What to Do about Invasive Plants


bull_thistleWe can't control those pesky weed seeds that blow into our gardens and take hold. There are ways to keep them from taking over, however. But what about those invasive plants that are already in our gardens like ivy and vinca major? What's the best way to deal with them? Then there are plants we buy ourselves that can invade natural areas. Are there better plants to use that are just as attractive and useful? Here are some solutions to make your garden happy.

One invasive thug that can take over is bull thistle, a relative of the edible artichoke. The seeds of this vigorous exotic take hold in disturbed areas including your beautiful garden soil and if not controlled can become a solid mass of impenetrable thistles in just a few seasons. Bull thistle only reproduces by seed so removal of the flowering stalks at this time of year will prevent them from spreading. The flowering heads must be discarded in a plastic bag and destroyed to keep them from forming viable seed. Because this weed is biennial you also need to dig out the first year plants that have not formed stalks. You can also mow thistles close to the ground a couple of times before they form stalks to reduce the population over time.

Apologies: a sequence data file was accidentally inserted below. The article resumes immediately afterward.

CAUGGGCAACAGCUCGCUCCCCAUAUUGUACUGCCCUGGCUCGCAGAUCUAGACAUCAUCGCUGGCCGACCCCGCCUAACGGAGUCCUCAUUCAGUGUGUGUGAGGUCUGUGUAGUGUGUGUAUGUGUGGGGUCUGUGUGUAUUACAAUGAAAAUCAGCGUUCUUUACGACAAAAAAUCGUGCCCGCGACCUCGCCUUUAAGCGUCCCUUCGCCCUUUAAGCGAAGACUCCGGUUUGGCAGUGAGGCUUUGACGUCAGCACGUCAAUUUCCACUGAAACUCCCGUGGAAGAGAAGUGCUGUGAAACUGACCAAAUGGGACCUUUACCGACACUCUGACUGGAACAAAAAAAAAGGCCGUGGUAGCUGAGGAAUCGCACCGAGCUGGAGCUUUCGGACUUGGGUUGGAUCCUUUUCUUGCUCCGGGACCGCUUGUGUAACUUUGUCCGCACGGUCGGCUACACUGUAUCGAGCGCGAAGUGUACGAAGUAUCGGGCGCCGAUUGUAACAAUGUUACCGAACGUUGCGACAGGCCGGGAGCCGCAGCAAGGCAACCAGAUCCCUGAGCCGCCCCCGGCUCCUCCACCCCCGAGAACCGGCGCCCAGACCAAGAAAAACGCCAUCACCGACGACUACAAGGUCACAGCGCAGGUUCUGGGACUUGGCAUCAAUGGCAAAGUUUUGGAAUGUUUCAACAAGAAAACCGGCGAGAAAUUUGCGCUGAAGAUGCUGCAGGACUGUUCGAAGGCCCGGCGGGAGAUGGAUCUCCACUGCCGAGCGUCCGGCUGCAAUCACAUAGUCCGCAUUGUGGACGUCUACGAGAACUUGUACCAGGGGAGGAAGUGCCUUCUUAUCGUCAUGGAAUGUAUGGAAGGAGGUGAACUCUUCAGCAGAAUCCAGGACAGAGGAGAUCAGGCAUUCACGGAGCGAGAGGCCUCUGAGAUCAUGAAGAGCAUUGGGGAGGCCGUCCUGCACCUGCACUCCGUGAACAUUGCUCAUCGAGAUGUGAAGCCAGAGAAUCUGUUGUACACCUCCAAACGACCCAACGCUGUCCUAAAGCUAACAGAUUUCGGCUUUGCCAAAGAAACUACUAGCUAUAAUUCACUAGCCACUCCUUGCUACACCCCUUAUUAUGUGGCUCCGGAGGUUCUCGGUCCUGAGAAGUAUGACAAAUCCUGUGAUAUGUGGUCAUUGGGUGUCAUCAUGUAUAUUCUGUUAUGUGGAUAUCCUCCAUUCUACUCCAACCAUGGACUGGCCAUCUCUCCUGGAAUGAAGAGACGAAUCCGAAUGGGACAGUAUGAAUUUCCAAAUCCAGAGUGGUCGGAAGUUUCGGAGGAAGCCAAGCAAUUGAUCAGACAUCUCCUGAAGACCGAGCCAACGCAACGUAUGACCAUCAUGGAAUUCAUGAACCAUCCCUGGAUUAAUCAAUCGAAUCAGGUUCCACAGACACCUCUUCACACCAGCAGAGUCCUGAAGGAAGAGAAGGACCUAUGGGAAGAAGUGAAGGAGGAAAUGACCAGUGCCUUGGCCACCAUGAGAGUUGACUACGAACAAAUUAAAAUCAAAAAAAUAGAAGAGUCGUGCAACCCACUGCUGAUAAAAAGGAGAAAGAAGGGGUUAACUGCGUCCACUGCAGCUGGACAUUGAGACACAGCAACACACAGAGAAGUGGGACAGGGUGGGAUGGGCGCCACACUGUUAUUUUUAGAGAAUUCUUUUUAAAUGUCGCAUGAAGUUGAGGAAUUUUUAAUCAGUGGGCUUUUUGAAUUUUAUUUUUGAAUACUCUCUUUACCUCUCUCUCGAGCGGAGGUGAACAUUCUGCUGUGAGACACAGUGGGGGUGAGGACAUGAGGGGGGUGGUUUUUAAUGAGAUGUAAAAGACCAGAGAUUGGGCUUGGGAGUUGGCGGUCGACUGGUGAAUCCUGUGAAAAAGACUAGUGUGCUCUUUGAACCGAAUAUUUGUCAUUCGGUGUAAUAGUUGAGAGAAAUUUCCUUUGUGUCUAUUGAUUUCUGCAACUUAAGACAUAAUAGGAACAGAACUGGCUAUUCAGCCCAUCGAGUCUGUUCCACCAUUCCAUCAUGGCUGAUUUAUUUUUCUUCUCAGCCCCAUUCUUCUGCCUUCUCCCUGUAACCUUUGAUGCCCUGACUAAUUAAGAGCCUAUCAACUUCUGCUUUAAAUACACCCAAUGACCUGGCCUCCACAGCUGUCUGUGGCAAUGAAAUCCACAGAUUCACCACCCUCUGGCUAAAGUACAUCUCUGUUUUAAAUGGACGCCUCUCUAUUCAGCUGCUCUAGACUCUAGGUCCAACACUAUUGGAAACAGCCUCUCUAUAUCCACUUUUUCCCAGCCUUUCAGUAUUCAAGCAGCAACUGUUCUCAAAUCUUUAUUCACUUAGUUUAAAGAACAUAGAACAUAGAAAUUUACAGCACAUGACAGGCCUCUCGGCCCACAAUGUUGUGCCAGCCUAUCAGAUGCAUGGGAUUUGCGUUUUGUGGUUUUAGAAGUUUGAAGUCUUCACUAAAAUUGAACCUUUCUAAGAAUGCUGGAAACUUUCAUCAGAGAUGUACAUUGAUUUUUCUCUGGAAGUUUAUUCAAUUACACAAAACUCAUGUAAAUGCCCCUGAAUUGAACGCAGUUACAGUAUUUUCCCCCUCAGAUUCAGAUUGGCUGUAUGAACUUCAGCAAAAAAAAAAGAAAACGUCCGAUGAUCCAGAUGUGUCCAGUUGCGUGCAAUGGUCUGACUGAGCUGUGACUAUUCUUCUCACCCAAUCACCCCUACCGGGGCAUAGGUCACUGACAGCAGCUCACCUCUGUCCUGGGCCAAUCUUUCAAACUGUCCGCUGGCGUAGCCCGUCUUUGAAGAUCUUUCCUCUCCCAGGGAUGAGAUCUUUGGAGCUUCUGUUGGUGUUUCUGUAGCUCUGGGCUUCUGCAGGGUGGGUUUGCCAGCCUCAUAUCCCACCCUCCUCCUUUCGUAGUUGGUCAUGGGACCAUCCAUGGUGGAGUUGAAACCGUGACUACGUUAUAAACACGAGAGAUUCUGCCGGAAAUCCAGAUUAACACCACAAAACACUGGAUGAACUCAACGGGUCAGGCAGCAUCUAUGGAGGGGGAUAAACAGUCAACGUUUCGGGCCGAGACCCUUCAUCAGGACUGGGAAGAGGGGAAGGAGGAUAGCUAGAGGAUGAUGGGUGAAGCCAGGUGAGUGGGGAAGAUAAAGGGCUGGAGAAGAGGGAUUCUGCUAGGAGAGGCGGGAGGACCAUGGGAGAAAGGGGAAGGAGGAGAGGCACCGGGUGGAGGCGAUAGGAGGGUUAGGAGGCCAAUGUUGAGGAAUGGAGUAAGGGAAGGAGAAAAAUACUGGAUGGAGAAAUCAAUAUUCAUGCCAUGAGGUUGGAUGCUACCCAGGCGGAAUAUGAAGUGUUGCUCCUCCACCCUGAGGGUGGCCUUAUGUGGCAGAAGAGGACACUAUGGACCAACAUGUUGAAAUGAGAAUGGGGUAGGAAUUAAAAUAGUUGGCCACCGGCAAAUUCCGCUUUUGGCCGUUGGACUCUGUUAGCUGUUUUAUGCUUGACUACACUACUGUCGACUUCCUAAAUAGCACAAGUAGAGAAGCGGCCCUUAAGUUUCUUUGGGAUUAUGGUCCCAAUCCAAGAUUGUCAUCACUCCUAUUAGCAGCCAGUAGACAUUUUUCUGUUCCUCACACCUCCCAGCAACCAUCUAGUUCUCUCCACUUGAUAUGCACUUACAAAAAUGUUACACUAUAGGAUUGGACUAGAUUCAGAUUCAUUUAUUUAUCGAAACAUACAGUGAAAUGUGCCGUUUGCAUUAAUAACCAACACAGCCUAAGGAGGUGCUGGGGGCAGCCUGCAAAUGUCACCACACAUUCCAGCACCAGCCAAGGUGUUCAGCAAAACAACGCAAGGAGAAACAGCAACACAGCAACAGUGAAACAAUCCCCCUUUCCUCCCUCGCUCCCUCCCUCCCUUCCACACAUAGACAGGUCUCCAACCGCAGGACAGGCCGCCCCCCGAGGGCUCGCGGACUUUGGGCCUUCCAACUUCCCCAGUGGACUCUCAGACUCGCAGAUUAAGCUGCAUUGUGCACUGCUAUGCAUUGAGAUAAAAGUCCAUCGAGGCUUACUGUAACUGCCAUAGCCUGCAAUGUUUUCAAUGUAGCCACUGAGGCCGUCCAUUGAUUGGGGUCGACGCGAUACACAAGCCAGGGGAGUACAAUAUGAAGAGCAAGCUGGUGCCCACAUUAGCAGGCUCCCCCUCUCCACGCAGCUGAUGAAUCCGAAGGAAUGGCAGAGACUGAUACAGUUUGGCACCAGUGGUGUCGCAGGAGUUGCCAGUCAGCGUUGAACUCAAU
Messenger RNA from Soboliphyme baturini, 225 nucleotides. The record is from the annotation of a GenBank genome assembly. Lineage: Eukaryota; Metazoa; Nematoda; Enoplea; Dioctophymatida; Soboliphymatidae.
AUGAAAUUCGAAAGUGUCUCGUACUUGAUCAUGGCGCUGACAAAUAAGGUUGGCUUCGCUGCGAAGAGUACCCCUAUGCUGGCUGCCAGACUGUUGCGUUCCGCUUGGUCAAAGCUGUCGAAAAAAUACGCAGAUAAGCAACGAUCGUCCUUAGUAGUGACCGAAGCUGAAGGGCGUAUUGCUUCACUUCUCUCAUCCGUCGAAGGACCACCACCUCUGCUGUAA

As a landscape designer and consultant I'm often called upon for advice for an area covered with vinca major or ivy. Both of these invasive species are too successful for their own good, smothering native plants and harboring pests such as rats and snails. Vinca major also serves as a host to the bacteria that causes Pierce's disease in grapevines. For your information, vinca minor has not been found to be invasive in California so far